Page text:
Neurochemical Research

, Volume 43, Issue 10, pp 1986–1999 | Cite as

Intestinal Pathology and Gut Microbiota Alterations in a Methyl-4-phenyl-1,2,3,6-tetrahydropyridine (MPTP) Mouse Model of Parkinson’s Disease

  • Feng Lai
  • Rong Jiang
  • Wenjun Xie
  • Xinrong Liu
  • Yong Tang
  • Hong Xiao
  • Jieying Gao
  • Yan Jia
  • Qunhua Bai
Original Paper


Patients with Parkinson’s disease (PD) often have non-motor symptoms related to gastrointestinal (GI) dysfunction, such as constipation and delayed gastric emptying, which manifest prior to the motor symptoms of PD. Increasing evidence indicates that changes in the composition of the gut microbiota may be related to the pathogenesis of PD. However, it is unclear how GI dysfunction occurs and how gut microbial dysbiosis is caused. We investigated whether a neurotoxin model of PD induced by chronic low doses of MPTP is capable of reproducing the clinical intestinal pathology of PD, as well as whether gut microbial dysbiosis accompanies this pathology. C57BL/6 male mice were administered 18 mg/kg MPTP twice per week for 5 weeks via intraperitoneal injection. GI function was assessed by measuring the 1-h stool frequency and fecal water content; motor function was assessed by pole tests; and tyrosine hydroxylase and alpha-synuclein expression were analyzed. Furthermore, the inflammation, intestinal barrier and composition of the gut microbiota were measured. We found that MPTP caused GI dysfunction and intestinal pathology prior to motor dysfunction. The composition of the gut microbiota was changed; in particular, the change in the abundance of Lachnospiraceae, Erysipelotrichaceae, Prevotellaceae, Clostridiales, Erysipelotrichales and Proteobacteria was significant. These results indicate that a chronic low-dose MPTP model can be used to evaluate the progression of intestinal pathology and gut microbiota dysbiosis in the early stage of PD, which may provide new insights into the pathogenesis of PD.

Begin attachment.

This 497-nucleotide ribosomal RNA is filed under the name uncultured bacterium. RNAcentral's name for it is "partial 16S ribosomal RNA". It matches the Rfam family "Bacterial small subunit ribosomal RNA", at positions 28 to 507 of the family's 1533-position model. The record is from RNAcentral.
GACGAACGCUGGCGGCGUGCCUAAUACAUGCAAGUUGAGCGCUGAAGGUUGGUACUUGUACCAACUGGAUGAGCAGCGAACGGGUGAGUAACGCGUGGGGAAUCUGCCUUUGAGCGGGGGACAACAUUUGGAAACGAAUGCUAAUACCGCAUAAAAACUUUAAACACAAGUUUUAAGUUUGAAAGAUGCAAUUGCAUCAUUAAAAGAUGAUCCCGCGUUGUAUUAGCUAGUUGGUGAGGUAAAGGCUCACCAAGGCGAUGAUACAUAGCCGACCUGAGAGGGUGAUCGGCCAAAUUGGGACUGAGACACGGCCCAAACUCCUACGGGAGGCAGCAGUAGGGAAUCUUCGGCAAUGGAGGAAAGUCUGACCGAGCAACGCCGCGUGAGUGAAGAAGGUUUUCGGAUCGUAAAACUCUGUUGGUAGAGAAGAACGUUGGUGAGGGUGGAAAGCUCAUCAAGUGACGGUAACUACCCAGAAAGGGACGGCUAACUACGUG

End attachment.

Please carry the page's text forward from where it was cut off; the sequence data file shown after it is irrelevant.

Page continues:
Parkinson’s disease MPTP Intestinal pathology Gut microbiota 



The present study was supported by the Chongqing Yuzhong Nature Science Foundation of China (Grant No. 20160121).

Compliance with Ethical Standards

Conflict of interest

The authors declare that they have no conflict of interest.

Supplementary material

11064_2018_2620_MOESM1_ESM.bmp (38.4 mb)
Fig. S1 Indexes of α-diversity including Sobs (a) and Simpson (b). (BMP 39361 KB)
11064_2018_2620_MOESM2_ESM.bmp (38.4 mb)
Fig. S2 Comparisons of the relative abundance of gut microbiota at the order level (a) and the phylum level (b). *P < 0.05, **P < 0.01. Error bars are SD (n= 3). (BMP 39361 KB)
11064_2018_2620_MOESM3_ESM.tif (225 kb)
Fig. S3 Relative abundance of Firmicutes (a) and Akkermansia (b). (TIF 225 KB)


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Copyright information

© Springer Science+Business Media, LLC, part of Springer Nature 2018

Authors and Affiliations

  • Feng Lai
    • 1
  • Rong Jiang
    • 2
  • Wenjun Xie
    • 1
  • Xinrong Liu
    • 1
  • Yong Tang
    • 3
  • Hong Xiao
    • 1
  • Jieying Gao
    • 1
  • Yan Jia
    • 1
  • Qunhua Bai
    • 1
  1. 1.School of Public Health and ManagementChongqing Medical UniversityChongqingPeople’s Republic of China
  2. 2.School of Basic MedicineChongqing Medical UniversityChongqingPeople’s Republic of China
  3. 3.Chongqing Orthopedics Hospital of Traditional Chinese MedicineChongqingPeople’s Republic of China

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